The pitchfork mentality of society conjoined with the proliferation of social media continually runs the danger of cutting off true dialogue- and manifests itself into an attackfest where listening to contrary viewpoints is shoved out the window -which is not useful. In our political discourse, this is true of all sides of the coin. My whole life, I've been all about speaking truth to power, but in order to do that you must understand the language of your oppression. I've studied and continue to study the many progressive titans of our history ... from MLK to Stokely to Malcolm to Du Bois to Ida B Wells, Mary Church Terrell to E. C. Stanton to global icons like Mandela, Gandhi and many more... these champions in history changed the status quo by shouting truth to power AND by having a thorough, nuanced analysis of what the superstructures of power were and how to dismantle it from its root.

Please do not be hoodwinked, do not be bamboozled into scapegoating one show to be the main representation of Broadway's very real diversity problem. A show that employs (on stage alone) 15 actors of color, a show that (comparatively speaking) is among the upper echelon if not the most diverse musical on Broadway. I'm not saying it doesn't have its flaws when it comes to diversity, I personally have had multiple open, fruitful convos with Rachel and Dave about my perception of how we have failed in some regards when it comes to the opportunity for an even more diverse show. And they have always welcomed it, listened, problematized. Took accountability.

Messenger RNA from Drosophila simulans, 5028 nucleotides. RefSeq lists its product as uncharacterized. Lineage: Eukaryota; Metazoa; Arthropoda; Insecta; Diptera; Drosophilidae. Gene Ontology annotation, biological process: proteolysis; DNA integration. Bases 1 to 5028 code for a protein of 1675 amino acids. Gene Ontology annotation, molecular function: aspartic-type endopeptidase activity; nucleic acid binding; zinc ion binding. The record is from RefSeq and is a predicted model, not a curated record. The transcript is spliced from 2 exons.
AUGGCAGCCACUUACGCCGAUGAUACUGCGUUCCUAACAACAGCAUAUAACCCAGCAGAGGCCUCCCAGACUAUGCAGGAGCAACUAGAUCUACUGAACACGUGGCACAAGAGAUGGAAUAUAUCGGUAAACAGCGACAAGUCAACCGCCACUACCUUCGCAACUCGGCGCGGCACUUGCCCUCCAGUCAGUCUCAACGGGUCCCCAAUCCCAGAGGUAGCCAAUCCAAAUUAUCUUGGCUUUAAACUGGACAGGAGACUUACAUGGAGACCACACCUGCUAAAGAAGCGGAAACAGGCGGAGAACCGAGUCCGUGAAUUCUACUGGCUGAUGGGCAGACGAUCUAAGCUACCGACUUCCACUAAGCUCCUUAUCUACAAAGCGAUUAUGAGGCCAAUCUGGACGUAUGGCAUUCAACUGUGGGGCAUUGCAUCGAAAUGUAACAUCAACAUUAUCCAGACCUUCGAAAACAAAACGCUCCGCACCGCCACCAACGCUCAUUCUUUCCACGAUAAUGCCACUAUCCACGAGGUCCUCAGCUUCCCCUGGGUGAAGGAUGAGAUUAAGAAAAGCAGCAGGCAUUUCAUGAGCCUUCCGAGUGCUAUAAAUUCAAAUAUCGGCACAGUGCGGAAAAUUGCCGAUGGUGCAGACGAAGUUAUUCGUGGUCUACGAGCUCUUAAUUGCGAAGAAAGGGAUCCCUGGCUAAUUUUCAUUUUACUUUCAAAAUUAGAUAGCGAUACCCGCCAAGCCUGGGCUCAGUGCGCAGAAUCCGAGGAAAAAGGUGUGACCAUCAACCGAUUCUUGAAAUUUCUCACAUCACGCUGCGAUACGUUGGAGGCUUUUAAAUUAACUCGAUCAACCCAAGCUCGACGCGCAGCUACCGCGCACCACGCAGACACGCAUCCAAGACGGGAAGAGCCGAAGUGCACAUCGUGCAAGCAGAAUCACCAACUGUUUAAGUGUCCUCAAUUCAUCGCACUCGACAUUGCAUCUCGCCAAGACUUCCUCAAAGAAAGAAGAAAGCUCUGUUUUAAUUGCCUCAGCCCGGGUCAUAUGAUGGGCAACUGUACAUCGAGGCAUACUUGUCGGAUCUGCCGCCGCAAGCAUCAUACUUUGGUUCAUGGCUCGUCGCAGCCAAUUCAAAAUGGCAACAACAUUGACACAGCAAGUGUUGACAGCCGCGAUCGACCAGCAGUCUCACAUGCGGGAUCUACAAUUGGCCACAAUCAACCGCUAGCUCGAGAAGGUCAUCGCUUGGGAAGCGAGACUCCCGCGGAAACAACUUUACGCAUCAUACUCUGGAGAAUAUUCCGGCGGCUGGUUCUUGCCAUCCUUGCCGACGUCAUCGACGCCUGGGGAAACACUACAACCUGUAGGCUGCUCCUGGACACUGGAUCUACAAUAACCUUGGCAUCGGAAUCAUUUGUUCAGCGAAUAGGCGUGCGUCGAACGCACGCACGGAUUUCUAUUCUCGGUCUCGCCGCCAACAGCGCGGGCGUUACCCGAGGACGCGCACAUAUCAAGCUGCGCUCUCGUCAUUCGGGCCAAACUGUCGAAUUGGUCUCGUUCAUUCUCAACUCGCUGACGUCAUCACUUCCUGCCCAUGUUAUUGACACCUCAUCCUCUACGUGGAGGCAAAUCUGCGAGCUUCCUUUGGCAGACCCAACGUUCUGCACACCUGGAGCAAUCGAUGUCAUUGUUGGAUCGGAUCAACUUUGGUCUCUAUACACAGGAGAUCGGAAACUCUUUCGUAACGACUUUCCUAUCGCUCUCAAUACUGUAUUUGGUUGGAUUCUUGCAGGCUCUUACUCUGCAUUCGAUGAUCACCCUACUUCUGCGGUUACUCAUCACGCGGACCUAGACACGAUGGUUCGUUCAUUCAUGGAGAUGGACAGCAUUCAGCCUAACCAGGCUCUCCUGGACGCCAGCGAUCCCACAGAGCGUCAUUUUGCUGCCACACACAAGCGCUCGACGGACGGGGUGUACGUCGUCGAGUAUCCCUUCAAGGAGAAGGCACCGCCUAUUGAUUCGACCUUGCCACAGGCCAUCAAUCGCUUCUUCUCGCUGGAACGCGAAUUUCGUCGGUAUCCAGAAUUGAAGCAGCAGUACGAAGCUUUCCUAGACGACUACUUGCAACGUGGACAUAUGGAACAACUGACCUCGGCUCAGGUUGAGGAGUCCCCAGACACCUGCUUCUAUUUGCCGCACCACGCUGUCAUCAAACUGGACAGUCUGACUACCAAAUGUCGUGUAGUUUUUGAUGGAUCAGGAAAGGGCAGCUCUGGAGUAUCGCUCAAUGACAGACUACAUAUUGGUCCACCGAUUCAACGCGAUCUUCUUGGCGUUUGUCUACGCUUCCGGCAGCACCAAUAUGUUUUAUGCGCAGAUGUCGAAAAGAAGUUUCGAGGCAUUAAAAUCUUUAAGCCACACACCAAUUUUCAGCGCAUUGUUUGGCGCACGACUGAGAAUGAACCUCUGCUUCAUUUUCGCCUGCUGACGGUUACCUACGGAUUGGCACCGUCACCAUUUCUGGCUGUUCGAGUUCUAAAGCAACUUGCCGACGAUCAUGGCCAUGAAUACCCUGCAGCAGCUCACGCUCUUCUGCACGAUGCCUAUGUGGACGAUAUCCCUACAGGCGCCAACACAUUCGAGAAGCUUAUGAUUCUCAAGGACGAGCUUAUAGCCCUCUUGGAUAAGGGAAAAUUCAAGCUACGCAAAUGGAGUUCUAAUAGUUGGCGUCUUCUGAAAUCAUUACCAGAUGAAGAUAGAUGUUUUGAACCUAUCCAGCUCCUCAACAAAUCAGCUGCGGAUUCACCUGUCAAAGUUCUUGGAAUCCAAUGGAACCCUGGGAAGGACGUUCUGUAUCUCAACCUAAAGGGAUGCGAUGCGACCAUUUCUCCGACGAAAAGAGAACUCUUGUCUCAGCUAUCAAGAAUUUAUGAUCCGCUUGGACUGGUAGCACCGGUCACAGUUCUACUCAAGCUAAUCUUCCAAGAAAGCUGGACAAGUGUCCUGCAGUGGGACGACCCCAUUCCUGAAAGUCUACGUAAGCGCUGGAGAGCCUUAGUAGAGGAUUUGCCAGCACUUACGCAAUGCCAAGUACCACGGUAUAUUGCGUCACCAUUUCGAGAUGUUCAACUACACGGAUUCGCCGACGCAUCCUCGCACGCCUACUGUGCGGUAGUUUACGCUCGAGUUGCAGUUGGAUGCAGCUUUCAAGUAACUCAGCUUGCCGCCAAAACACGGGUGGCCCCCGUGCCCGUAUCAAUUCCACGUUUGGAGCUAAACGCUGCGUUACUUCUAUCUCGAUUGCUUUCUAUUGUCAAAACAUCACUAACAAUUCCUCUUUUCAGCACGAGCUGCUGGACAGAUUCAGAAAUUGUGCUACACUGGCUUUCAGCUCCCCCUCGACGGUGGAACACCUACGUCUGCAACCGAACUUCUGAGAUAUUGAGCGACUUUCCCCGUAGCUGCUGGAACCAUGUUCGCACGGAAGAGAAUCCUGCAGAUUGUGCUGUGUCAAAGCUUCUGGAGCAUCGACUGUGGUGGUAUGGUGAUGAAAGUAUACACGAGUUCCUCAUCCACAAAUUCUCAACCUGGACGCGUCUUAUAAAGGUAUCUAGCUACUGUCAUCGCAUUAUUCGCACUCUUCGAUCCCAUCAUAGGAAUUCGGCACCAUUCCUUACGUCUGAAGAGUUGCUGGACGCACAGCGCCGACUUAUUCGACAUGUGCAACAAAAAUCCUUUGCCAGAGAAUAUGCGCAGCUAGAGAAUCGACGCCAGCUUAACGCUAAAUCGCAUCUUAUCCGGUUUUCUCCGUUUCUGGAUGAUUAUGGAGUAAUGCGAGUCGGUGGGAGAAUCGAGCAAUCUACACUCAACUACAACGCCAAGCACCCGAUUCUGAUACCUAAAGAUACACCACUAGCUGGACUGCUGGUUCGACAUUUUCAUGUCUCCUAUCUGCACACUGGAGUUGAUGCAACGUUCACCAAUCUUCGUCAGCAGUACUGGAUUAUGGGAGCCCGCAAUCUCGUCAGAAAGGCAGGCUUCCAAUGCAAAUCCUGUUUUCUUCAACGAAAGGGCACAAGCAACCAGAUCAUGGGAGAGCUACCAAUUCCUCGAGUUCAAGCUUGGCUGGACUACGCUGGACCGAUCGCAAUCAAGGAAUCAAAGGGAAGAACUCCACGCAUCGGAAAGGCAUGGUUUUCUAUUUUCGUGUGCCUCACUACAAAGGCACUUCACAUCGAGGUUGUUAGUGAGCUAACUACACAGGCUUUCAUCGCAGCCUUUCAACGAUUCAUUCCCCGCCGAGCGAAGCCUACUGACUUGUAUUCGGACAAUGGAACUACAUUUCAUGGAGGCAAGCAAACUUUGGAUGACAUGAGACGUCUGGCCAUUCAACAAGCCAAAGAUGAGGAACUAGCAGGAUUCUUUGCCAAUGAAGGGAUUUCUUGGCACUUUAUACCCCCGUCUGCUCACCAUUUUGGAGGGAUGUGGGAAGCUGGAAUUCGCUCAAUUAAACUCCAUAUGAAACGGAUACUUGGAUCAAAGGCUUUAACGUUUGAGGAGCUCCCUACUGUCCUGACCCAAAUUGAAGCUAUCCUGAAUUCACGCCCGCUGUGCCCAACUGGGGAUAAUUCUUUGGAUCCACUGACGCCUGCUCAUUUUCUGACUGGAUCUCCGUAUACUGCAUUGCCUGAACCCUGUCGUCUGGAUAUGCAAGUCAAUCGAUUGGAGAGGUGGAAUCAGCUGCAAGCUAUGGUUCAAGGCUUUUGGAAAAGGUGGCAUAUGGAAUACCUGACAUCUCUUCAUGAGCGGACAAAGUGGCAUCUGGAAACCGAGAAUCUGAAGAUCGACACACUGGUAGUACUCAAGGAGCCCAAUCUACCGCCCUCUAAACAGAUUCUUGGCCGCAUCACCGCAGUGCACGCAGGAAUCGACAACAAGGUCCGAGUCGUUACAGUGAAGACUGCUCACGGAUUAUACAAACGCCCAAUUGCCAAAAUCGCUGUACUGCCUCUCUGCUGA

At the end of the day, I take pride in the artistic achievement that God has blessed me to have been apart of for the past 4 and a half years. And once again, this statement is in no way saying that huge mistakes were not made, because they were. The situation was unfair to all. But my call is for nuance, layered critical thinking, putting language to root causes and asking questions to hear answers not to just blitz with no hope of a dialogue.

Peace, Love and God bless you all.

Thank you for taking the time to read this. I am more than happy to engage in a meaningful way privately.

-Azudi

On Saturday afternoon, Onaodowan shared Onyejekwe's essay, Tweeting, "Well spoken, well said. I couldn't have phrased it better. Thank you for your words my brother."

Josh Groban, who originated the role of Pierre for Broadway, tweeted a link to Malloy's apology, adding "This thread sums it up. Just so sad for cast, crew, creators, oak and mandy. all deserve our love. This was handled poorly plain and simple." He also shared Time Out's theater critic's tweet: "So: Natasha, Pierre & The Great Comet of 1812 is one of Broadway's best shows and now would be a good time to see it."

Onaodowan will be playing Pierre through August 13.